Likewise, I have made so many amazing new friends; a crazy talented bunch of people who continues to charm me everyday by their bright personalities. Because we will be undergoing the same stress, the same judgment from my non-IB cohorts, and since we are such a small group in the entire school--I feel, to a certain extent--we've developed this sense of community, a strengthening one.

                                      Francine with her classmates.

So basically, this is what I have to say.
I know that I'm only in my first term, and I have so much more to learn. But what IB has taught me so far is that all the while, during my high school days, I was always worried about the grades, and the fear of not maintaining my grades to keep my scholarship is definitely very real, but IB has taught me to worry about learning, instead.
With 22 more months to go, this newfound love for the IB and determination to do my best in everything is bolstered by my desire to grow with love, humility and faith as a more holistic individual in all aspects.

IB may still be a minority choice in our country and enough has been said that IB is simply more about an ethos of an educational style; it is for everyone and anyone who has a passion in learning. Undeniably it is also important to do a thorough and calculated assessment on your tertiary education. If you already have a good idea of what you want to study and want to dive in immediately, or if you're financially strained and want to save money by graduating early, it is wiser to do a shorter pre-u course, go straight into your degree or do the whole transferring credits thing.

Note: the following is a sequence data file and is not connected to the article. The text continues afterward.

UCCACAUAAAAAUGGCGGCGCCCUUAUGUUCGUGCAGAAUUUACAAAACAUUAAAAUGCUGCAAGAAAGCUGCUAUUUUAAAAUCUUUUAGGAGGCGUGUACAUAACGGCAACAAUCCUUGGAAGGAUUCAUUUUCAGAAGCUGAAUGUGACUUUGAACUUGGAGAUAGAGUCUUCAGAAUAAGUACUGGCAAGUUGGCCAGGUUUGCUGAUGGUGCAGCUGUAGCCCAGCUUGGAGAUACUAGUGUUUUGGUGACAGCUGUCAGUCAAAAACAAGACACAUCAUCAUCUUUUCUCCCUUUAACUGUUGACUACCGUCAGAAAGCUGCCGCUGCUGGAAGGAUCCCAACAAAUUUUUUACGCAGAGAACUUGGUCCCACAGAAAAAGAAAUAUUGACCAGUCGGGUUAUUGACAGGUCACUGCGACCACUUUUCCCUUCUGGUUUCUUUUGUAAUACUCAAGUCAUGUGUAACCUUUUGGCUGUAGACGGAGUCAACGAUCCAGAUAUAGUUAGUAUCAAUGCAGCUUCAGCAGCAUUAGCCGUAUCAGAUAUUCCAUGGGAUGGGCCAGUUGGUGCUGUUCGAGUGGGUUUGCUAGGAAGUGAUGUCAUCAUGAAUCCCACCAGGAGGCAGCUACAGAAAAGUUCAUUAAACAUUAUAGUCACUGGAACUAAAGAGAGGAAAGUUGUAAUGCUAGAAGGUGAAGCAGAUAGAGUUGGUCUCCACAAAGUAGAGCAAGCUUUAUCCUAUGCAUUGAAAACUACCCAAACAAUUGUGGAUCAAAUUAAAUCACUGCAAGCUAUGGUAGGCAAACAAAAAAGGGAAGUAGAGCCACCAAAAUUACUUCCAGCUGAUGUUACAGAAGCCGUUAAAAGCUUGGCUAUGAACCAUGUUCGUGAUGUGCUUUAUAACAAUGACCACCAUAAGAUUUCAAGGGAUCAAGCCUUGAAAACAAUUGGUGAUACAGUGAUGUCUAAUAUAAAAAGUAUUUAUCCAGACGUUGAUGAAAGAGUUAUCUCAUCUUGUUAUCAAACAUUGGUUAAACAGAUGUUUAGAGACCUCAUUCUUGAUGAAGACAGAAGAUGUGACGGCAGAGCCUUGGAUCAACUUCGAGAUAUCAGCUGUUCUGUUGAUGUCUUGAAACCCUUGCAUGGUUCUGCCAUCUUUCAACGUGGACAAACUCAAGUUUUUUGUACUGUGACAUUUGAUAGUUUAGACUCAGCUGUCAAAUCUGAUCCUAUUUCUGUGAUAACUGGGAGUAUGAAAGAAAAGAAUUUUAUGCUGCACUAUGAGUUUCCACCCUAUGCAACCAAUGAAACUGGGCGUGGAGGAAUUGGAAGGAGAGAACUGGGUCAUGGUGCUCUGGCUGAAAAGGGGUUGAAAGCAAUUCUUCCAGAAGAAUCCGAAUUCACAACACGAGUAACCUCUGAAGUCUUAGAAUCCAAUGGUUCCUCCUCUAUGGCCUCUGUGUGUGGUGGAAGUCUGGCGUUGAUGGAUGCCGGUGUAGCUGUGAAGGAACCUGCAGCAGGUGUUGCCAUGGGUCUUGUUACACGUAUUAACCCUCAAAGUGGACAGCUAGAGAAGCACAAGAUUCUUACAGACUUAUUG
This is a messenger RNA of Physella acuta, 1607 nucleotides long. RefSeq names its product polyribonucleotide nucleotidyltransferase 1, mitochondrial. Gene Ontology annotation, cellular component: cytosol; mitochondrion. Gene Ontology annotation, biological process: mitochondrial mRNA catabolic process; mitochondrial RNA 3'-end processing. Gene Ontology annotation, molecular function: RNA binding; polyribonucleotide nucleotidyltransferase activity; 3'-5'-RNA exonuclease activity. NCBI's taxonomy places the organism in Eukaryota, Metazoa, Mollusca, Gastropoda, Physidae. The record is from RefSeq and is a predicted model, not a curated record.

However, I must say that the IBDP is definitely for me.

I shall leave you with this image:

Me in a few months:

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  1. Having gone through (and survived!) the IB, I have to say that I can really relate to the cartoon ahah and also to the fact that we're an indecisive bunch - the fact we have to do so many different subjects definitely suits those of us who are so good at many things that we have no idea which to choose! CAS is definitely something that you get used to, if you can incorporate it into your weekly schedule it makes the whole thing a lot easier. I found that IB has given me great time management skills (you certainly learn them very quickly in IB!) and a lot more...

    I think you'll like the recipe to make an IB student that I wrote: :)